This is an interesting Op-Ed piece in the Washington Post by Jared Bernstein, a former chief economist to Vice President Biden, and senior fellow at the Center on Budget and Policy Priorities.
In this piece, Mr. Bernstein asks the question “Do presidents really influence the economy, how? And by how much?” He cautions voters to be wary of bogus claims like Donald trump’s claim of creating 2.5 million jobs over the next decade by cutting taxes and widespread deregulation.
According to this article, there are two major ways a president can help improve the economy, “First, enact policies that steer more opportunities to those who’ve been left behind by structural economic changes that tilt against them or embedded problems such as racism and poverty? Second, enact policies to help offset the next recession with robust counter-cyclical policies, an area where a president can make a real difference”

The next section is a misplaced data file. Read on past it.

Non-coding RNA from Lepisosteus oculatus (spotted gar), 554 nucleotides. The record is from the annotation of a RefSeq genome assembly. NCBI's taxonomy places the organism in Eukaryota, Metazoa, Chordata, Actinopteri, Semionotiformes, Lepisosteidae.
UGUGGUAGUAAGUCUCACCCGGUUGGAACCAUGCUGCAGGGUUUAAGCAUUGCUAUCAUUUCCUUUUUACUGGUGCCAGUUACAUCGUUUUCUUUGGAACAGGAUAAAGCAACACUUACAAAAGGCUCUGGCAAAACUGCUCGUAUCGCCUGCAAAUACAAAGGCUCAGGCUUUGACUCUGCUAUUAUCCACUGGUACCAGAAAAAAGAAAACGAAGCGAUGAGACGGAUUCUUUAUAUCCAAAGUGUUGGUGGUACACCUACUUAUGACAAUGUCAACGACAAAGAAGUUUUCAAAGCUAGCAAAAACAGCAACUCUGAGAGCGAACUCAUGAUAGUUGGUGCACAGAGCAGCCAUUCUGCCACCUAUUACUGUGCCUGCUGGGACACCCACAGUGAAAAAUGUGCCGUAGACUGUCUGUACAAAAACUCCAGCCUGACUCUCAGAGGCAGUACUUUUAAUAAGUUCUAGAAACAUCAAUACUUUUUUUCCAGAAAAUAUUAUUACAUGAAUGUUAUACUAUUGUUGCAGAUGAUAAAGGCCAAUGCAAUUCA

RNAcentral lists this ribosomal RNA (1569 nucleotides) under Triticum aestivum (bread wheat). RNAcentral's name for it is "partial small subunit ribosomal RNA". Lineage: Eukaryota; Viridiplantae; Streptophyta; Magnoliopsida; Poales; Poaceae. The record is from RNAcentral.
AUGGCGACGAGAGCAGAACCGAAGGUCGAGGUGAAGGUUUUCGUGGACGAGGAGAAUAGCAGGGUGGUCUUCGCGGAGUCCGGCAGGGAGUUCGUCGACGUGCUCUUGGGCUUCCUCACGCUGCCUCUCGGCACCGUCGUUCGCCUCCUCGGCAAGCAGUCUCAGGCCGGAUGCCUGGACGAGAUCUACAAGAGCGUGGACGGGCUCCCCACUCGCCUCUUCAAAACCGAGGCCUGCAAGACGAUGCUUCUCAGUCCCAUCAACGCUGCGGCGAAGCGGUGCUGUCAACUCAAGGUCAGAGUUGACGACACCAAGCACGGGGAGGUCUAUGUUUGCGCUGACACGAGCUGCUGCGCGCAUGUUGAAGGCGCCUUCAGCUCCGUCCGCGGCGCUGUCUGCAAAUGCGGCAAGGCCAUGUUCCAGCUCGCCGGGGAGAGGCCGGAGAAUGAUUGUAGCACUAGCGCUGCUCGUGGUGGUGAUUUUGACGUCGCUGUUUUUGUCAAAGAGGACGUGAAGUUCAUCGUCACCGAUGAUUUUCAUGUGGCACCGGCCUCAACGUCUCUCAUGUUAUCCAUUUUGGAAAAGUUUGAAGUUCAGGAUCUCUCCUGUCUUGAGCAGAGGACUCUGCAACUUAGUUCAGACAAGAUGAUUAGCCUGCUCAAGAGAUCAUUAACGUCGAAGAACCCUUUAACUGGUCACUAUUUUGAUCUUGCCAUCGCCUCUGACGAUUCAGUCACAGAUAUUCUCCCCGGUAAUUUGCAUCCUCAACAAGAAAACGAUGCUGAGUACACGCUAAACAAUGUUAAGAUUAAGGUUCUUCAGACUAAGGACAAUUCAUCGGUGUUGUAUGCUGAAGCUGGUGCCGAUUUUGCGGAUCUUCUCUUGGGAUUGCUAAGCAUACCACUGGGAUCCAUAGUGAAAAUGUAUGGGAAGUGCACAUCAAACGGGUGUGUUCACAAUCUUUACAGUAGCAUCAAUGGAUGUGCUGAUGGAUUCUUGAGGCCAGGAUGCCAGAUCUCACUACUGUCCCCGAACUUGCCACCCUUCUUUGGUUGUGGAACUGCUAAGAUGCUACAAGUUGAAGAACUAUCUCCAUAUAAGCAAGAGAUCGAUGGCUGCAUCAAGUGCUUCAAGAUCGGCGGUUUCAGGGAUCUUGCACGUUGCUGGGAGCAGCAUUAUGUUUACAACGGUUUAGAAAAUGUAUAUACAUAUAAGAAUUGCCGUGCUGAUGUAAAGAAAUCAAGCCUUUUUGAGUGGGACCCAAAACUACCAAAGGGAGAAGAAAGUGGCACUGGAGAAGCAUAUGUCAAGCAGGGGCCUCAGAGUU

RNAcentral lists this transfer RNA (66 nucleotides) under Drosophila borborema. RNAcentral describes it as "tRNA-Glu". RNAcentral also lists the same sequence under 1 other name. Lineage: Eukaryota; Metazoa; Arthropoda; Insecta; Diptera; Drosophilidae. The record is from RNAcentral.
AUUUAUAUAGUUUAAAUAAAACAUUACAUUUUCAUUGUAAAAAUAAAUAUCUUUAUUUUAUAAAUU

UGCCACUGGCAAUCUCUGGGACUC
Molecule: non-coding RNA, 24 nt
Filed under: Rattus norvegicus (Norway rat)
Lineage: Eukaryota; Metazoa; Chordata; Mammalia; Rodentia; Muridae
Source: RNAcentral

And let’s not forget the role the Congress plays influencing the final results of policies proposed by presidents.
The article concludes “outside of some public investment (including human capital, such as early childhood interventions), it has never been clear what presidents can do to boost productivity growth, especially in the near term.”
I have mixed feelings about Mr. Bernstein’s analysis, I understand that a lot of the economic changes are due to non-immediate and aggregate factors that over time lead to results we see as with what happened in the 2008 recession or what is happening now with trade and manufacturing jobs but I would still like to believe that the economic decisions made by the presidents go a long way in determining the economic climate and economic future of a country